by Curtis Lanning
If someone breaks an arm or gets a nasty cut on his or her leg, it’s off to the doctor so the problem can be fixed. But when it comes to mental health, people are unfortunately more likely to respond slower, if at all. While some mental health problems affect individuals, others can impact multiple generations in a family.
Rebecca Ward is a counselor in Central Arkansas and has practiced in the state for nearly 40 years. She calls the current state of mental health care in Arkansas “pitiful.”
“I don’t think that mental health gets the kind of funding, attention or recognition it ought to get,” she says.
But Ward says the quality of care has gotten better since she started practicing in 1980. Most noticeably, acceptance of mental health care has increased among Arkansans. More people believe it’s okay to see a therapist or psychiatrist without being labeled “nuts” or “crazy,” according to Ward.
“People understand you can have depression or anxiety without it being a permanent state or weakness in personality or character,” she says.
Beyond an individual having depression or anxiety, mental health professionals have learned that children from parents with mental health issues are more likely to develop mental health issues of their own, according to Ward.
For example, if someone comes from a family with a history of depression, he or she is going to have a likelihood of experiencing that as well. “Generally, there’s gonna be some instance in that family,” Ward says.
Someone with a close relation who has a drug or alcohol addiction has a 50 percent chance of developing that same problem than someone without a family history, according to the counselor. Generalized anxiety disorder is another example of a multigenerational mental health issue. Ward says there are strong genetic components in mental illness.
Alex R. Dopp, an assistant professor in the Department of Psychological Science at the University of Arkansas, agrees. He says mental health problems tend to “run in families.” And children can sometimes see the same issues as their caregivers.
“There are many reasons for this association, including inherited genetic risk factors, the child modeling the caregiver’s behavior (e.g., problematic coping strategies for stress), and mental health problems making it more difficult for caregivers to support the child’s development,” he says.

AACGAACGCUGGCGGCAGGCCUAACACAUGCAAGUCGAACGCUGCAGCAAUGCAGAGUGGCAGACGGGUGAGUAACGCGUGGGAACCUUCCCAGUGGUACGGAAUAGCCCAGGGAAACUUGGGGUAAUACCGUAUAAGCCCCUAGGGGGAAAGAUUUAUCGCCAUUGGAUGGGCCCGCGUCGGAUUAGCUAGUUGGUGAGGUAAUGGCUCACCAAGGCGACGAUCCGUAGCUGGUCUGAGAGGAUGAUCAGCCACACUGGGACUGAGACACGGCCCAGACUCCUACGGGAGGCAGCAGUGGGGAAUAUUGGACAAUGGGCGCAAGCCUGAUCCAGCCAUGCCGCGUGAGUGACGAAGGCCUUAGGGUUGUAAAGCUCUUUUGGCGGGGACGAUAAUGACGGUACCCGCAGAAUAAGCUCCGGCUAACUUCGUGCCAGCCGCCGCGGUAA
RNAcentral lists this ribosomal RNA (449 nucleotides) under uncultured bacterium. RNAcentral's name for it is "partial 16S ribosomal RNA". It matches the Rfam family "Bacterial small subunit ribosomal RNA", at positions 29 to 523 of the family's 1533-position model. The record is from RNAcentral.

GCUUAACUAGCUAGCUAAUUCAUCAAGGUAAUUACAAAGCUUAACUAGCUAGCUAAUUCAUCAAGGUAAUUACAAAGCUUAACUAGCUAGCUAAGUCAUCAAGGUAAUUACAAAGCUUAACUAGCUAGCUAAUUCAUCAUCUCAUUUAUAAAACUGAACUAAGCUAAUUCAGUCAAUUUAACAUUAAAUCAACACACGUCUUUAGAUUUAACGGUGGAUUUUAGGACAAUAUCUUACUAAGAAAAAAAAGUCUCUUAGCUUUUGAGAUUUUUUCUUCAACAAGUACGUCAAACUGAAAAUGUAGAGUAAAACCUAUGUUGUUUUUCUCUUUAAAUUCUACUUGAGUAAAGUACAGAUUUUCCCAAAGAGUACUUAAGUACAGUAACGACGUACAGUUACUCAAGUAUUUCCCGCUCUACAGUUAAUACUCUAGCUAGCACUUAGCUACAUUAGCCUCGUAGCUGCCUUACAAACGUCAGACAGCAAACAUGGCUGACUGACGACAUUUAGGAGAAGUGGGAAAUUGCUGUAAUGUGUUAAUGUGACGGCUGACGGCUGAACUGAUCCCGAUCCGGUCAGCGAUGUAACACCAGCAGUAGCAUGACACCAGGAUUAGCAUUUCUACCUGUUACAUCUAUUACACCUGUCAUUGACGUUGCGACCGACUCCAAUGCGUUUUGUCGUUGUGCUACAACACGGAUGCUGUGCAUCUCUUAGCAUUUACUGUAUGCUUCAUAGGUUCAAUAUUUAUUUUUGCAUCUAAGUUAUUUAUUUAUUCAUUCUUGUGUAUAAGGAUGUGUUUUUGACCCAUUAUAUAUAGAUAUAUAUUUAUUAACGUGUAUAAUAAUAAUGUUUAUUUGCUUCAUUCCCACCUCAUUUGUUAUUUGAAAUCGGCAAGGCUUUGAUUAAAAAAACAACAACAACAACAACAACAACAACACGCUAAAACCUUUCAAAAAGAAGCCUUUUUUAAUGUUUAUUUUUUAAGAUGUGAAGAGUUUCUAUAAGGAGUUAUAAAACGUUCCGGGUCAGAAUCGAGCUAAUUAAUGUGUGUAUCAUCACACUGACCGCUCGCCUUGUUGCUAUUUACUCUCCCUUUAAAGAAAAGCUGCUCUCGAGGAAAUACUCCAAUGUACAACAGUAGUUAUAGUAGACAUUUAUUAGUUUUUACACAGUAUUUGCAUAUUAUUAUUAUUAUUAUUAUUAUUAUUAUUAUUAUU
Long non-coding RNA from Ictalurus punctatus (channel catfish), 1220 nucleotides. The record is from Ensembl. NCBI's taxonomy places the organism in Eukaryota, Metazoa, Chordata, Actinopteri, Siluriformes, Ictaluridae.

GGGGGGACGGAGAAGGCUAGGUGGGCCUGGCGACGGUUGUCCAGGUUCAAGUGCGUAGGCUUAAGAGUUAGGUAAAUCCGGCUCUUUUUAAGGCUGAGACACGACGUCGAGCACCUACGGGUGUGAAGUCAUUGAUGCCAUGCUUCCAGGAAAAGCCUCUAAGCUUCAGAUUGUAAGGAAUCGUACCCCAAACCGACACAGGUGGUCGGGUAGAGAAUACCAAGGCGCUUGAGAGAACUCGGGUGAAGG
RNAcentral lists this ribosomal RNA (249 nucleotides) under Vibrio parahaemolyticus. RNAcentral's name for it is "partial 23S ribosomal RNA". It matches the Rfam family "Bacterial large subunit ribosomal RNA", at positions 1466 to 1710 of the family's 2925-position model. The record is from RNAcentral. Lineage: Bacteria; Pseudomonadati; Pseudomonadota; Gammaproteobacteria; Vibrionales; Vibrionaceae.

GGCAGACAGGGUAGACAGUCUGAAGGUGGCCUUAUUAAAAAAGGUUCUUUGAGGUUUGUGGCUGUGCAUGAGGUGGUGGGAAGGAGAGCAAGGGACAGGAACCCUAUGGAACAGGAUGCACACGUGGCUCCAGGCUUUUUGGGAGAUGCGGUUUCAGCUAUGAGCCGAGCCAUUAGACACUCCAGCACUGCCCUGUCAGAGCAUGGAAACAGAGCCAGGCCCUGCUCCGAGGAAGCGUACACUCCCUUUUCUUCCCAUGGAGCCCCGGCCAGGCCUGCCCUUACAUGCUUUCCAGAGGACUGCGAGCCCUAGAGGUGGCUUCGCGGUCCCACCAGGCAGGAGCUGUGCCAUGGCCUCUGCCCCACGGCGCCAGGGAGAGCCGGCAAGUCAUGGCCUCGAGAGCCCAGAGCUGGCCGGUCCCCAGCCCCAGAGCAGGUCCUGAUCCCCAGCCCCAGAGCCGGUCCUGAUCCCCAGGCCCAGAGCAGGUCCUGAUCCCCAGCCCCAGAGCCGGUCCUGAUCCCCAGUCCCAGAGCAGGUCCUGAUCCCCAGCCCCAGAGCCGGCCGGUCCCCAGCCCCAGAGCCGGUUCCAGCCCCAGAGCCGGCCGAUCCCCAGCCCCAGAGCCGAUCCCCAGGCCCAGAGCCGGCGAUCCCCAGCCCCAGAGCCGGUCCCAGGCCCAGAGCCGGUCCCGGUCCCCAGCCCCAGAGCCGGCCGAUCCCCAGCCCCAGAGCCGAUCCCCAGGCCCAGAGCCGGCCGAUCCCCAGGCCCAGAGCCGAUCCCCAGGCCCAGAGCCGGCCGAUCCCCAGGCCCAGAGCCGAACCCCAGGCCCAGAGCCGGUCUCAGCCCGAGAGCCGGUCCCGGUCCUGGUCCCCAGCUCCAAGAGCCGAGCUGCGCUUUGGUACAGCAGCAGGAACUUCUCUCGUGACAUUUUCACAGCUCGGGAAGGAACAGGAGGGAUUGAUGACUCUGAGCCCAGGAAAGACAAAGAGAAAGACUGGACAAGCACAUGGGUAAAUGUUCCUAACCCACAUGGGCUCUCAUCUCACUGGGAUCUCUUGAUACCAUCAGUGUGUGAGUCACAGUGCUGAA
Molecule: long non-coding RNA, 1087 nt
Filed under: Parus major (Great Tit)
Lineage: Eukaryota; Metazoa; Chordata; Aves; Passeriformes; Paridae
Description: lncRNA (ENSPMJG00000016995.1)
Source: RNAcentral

Yet, a family history of mental health problems does not guarantee that a person will develop such problems, and most caregivers with mental health problems are fully capable of providing a healthy, safe, and loving environment for a child, Dopp adds.
And when it comes to a child’s mental health, family structure is important. “I think it’s crucial,” Ward says.
The counselor likened it to baking a cake. All the ingredients in the mix are important for a healthy child. “Environment is crucial to how a person develops. Babies start absorbing their environment at the moment of birth,” Ward says.
Dopp agrees, saying the most critical factor for a child’s mental health and development when it comes to family influence is having a well-functioning family unit.
“I consider ‘well-functioning’ as the ability of the adults in the child’s life to work together in a child-focused way to promote that child’s well-being,” the professor says.
Ward says there are some clues parents should look for in their child that’ll help determine if mental issues are present. “If a child has lots of anxiety, can’t sleep at night, is scared of the dark or going out in the car, a parent has to ask, ‘What’s going on here?’”
Suicide is another mental health issue of which people can never be too aware. And, like depression and anxiety, multigenerational mental health comes into play with it as well.
Often, when someone commits suicide, he or she has it in their background, according to Ward. A family member who has taken his or her life makes the action that would seem impossible to most, doable for some. “It becomes not so impossible,” Ward says.
As for symptoms to be on the alert for, Ward says if someone talks about suicide, that person is thinking about it. If someone feels like a friend or loved one may be at risk, professional help should be encouraged.
“Talk to the person, and tell them they should seek help. Depression is most of the time curable. Always treatable,” Ward says.
When it comes to one’s own mental health, Ward advises people to seek help if depressive symptoms last for more than 10-14 days, accompanied by feelings of hopelessness and worthlessness and guilt.
“No energy; don’t wanna do anything; attention problems; sleep issues; loss of appetite or overeating; suicidal ideas; if any of that happens, it’s time to see a doctor,” Ward says.
If someone feels like he or she might be a danger to themselves or anyone else, Ward encourages a stay in a psychiatric unit until the person is stabilized.
In the end, she says she just wants mental health care access to be more widespread in Arkansas.